Mic Wright’s Remotely Furious: Sod the Big Allotment Challenge, Bring on The Great British Moan Off
Mic Wright’s Remotely Furious: Sod the Big Allotment Challenge, bring on the Great British Moan Off
THE BBC seems intent on presenting Britain as a land of twee crafting-obsessed hobbyists whose interests differ only marginally from those of 1950s housewives and labourers making the most of their one day off before the moustachioed factory boss forces them to sever another figure in the lathe. Having only recently finished another bombardment from The Great British Sewing Bee and it’s less soporific sibling The Great British Bakeoff, BBC2 has once again reheated the format for the less boastfully titled Big Allotment Challenge.
The last time allotments were a source of dramatic tension, Arthur Fowler – the limpest lothario in Eastenders history – was keeling over on one after a string of increasingly depressing story lines that began with him nicking the Christmas Club money to pay for his equally miserable offspring Michelle’s marriage to man called Lofty. The benefit in that case was that at least it truthfully reflected the general British experience of allotments – rain, misery, disappointment and death. The Big Allotment Challenge is, unfortunately, a lot perkier.
Eighteen actual human beings were thrown into paroxysms of delight at the sight of a patch of dirt. These were the allotmenteers – not a real word, clearly scrawled on a white board by a ‘creative’ at New Broadcasting House – who ranged from Kate and Eleanor who use llama manure to perk up their soil to Harshani the hippie who mithered on about how the phases of the moon related to her veg growing. Mercifully the fifteen weeks of growing, nurturing and hanging about were condensed into a series of montages leading up to Show Day.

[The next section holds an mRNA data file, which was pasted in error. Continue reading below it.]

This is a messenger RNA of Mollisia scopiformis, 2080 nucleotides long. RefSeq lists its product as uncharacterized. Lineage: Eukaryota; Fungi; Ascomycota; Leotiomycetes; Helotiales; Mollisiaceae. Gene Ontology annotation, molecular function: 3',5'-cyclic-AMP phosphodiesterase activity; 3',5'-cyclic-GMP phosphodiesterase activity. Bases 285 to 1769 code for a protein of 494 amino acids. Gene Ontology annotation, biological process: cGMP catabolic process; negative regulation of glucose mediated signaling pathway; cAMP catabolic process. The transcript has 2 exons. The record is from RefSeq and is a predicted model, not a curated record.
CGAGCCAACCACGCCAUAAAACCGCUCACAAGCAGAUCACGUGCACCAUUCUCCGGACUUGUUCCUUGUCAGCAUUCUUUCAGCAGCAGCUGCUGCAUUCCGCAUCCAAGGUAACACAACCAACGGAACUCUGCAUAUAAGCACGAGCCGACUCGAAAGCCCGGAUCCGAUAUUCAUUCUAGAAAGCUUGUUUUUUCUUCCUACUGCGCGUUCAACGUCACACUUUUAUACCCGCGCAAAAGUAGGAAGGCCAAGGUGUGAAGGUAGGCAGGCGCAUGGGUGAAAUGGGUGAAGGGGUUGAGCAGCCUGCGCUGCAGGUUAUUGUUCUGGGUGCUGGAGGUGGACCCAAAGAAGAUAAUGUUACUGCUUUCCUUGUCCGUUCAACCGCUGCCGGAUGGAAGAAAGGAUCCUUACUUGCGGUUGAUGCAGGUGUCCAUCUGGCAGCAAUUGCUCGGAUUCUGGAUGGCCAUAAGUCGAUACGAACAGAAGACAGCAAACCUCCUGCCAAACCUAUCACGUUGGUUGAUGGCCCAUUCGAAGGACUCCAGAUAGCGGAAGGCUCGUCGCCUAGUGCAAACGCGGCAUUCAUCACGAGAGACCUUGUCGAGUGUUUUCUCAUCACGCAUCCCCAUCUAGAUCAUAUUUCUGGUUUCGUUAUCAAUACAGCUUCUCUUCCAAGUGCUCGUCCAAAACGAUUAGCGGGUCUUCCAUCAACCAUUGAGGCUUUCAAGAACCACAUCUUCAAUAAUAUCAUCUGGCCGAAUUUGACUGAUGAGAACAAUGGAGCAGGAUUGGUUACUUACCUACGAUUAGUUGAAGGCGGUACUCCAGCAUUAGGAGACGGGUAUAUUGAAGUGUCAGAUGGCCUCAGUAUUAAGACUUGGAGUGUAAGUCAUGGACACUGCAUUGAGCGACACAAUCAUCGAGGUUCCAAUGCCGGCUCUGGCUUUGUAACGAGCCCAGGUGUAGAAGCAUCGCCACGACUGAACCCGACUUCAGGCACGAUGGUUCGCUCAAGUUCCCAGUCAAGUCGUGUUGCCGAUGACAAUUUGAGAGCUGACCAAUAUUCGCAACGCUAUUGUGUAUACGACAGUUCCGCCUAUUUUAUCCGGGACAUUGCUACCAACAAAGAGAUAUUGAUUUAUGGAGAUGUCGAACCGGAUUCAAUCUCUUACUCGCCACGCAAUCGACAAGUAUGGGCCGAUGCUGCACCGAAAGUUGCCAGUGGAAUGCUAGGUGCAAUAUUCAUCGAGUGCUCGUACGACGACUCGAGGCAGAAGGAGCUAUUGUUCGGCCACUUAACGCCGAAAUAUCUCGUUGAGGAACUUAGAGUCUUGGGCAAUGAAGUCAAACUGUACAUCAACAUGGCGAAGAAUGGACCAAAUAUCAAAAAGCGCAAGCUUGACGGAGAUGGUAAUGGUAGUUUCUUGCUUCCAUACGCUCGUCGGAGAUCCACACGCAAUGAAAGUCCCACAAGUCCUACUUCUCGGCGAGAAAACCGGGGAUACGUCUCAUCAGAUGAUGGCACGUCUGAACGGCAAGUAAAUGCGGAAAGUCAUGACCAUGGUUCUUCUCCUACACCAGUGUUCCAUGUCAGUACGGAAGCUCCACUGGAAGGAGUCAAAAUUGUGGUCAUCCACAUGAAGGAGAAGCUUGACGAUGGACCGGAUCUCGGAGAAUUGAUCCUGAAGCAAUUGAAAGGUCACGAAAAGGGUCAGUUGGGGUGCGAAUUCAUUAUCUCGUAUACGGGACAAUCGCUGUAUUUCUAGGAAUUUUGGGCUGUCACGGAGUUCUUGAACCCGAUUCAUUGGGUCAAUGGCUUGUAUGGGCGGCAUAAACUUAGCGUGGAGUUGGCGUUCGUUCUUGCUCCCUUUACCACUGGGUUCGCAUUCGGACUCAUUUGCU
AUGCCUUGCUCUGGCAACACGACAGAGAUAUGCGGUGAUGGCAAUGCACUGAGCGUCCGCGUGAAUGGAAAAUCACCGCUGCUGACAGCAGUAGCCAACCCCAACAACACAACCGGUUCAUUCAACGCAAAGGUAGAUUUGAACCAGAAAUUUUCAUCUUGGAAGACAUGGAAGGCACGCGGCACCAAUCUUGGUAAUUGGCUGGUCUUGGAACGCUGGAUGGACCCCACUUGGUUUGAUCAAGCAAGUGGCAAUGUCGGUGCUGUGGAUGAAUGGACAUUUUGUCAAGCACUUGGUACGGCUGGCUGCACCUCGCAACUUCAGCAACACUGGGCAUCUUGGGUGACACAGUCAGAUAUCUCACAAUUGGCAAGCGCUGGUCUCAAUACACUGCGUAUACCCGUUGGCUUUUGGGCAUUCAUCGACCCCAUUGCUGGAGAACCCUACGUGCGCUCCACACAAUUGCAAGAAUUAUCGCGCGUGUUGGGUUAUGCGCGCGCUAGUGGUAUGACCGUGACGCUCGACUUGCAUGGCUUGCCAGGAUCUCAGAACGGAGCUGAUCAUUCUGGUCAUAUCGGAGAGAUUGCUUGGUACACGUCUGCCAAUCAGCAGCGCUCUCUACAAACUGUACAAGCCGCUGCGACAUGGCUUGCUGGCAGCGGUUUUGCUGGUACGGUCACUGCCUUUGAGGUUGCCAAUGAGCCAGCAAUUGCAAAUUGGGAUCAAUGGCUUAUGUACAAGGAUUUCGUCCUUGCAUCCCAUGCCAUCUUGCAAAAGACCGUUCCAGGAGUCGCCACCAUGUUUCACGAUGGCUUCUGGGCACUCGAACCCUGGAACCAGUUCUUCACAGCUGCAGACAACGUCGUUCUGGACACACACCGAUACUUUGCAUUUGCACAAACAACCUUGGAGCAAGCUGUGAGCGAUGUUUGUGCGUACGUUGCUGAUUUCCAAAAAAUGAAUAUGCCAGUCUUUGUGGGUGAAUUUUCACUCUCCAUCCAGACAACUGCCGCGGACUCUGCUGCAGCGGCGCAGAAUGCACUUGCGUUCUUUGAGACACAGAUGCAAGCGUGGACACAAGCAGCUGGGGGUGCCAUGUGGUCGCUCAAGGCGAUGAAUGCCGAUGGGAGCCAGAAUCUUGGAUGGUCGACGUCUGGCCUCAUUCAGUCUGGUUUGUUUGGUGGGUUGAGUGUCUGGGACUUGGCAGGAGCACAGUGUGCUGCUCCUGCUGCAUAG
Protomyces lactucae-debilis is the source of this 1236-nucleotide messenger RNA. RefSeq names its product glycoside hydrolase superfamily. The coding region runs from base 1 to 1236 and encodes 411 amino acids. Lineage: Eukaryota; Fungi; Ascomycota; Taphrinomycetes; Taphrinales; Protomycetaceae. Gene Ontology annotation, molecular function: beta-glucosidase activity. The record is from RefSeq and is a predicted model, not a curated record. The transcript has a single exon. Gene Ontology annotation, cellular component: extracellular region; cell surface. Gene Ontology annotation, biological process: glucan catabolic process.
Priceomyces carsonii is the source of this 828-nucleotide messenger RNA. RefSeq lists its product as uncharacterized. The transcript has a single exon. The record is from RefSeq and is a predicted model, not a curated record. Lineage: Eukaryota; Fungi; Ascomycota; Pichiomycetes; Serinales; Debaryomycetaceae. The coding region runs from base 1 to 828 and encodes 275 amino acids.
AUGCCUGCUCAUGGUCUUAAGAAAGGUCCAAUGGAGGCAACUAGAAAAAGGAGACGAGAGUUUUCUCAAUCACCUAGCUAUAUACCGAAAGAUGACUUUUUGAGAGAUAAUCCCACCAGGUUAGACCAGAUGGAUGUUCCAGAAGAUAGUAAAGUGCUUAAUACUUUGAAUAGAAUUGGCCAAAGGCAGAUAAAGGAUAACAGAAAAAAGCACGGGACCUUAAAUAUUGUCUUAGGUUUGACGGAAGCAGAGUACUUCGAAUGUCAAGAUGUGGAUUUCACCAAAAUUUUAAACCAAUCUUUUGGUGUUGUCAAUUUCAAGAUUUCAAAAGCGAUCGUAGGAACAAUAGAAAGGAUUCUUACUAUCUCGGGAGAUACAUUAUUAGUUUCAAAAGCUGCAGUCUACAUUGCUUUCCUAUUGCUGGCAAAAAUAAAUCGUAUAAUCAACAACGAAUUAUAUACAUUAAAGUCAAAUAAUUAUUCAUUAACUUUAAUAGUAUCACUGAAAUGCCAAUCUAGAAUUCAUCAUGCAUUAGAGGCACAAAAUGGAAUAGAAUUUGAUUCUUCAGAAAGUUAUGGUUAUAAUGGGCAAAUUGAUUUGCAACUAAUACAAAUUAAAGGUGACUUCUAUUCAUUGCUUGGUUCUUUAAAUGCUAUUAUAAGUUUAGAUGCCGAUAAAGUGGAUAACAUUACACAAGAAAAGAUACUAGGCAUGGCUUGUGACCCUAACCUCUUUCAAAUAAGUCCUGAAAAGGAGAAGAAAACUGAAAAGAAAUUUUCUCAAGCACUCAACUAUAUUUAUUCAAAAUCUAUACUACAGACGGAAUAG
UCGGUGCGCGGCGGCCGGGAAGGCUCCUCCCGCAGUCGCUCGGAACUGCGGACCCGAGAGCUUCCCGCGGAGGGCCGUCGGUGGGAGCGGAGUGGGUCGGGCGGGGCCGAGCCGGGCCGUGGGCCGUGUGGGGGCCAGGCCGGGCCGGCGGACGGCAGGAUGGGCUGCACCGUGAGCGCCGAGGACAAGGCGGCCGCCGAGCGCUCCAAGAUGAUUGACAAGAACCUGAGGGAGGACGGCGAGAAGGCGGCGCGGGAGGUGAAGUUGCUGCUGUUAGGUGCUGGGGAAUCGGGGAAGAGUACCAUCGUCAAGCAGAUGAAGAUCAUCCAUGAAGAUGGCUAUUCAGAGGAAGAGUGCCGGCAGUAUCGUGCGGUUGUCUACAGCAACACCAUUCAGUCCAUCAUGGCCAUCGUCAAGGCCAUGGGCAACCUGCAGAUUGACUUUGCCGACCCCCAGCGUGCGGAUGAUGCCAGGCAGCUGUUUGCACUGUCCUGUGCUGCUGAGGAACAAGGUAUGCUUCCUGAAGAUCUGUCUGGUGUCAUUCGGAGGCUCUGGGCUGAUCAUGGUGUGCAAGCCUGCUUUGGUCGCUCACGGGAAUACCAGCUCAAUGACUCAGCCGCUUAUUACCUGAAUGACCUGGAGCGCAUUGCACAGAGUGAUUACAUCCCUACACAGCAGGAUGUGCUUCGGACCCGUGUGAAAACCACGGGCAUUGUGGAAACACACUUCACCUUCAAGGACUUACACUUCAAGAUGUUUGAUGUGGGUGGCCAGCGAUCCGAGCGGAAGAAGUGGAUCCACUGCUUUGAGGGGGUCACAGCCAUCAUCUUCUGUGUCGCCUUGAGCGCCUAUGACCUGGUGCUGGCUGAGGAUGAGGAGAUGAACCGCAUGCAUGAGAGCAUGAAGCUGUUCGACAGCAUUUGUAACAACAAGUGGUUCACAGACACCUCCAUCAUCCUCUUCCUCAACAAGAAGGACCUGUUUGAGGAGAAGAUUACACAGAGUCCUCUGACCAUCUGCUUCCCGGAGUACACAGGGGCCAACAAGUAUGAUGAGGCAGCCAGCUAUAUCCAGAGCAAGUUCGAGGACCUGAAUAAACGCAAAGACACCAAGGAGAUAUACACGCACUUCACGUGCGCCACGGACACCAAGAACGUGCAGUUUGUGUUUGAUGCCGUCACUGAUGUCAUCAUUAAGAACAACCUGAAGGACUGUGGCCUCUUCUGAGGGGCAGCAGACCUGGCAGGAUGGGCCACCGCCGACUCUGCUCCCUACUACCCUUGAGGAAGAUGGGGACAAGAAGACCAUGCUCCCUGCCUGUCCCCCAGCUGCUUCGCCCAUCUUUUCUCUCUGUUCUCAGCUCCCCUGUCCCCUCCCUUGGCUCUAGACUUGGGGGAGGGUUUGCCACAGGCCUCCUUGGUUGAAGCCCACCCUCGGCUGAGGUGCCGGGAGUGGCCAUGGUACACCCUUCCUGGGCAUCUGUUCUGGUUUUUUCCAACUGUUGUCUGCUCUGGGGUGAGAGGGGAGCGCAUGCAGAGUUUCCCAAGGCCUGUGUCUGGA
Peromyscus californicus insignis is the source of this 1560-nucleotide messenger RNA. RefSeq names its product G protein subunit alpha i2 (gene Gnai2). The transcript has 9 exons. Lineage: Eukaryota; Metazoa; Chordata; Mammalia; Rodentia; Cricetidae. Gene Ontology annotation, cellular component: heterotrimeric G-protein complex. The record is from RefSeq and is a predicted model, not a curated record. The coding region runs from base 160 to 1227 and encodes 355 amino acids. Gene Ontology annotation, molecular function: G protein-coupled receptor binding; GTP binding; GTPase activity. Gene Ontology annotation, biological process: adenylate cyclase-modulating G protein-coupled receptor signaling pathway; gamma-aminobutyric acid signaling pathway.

In a modern Britain wear front page stories warn of families reliant on food banks it was painful to watch middle class folk fretting about their radishes while Fern Britain hovered beside them proffering platitudes. And just as Fern fulfilled the punning, patronising space usually occupied by Mel and Sue on Bakeoff, TBAC as BBC ‘creatives’ have no doubt dubbed it, had its equivalents of Berry and Hollywood. Former royal gardener Jim Buttress – is Balmoral really just a bloody big allotment? – is gruff but granddad-like. Jumped up florist, Jonathan Moseley, howls about “horrific” bouquets while Thane Price is, apparently, a “preserves expert”. Could I get in on that? I know how to pick a good marmalade.
With the allotments already dug, weeded and pristine for the contestants and challenges as pre-determined as an X Factor audition, there was ironic lack of dirt and grit to the show. That W1A was mocking this kind of lazy format reheating with its own Britain’s Tastiest Village just a few weeks ago says it all. This was North London-dwelling BBC producer’s idea of what ‘real’ British people like. I remain convinced that Fern Britton was chosen to present merely as an act of forced nominative determinism.
To save the Beeb time cooking up its next take on this tired format, here’s my suggestion: The Bloody Great Big British Queue Off: each week a generically diverse set of Brits stand in a queue, not sure what they’re queuing for or whether they’ve correctly filled in the forms they were instructed to bring. We could get Jerry Paxman to present, shouting ever more irate statements through a public address system as the contestants are soaked through by a thin, driving rain. The judges would rate them on the quality and originality of their complaints and their choice of unsuitable wet weather wear. Or, you know, just do one about bloody knitting.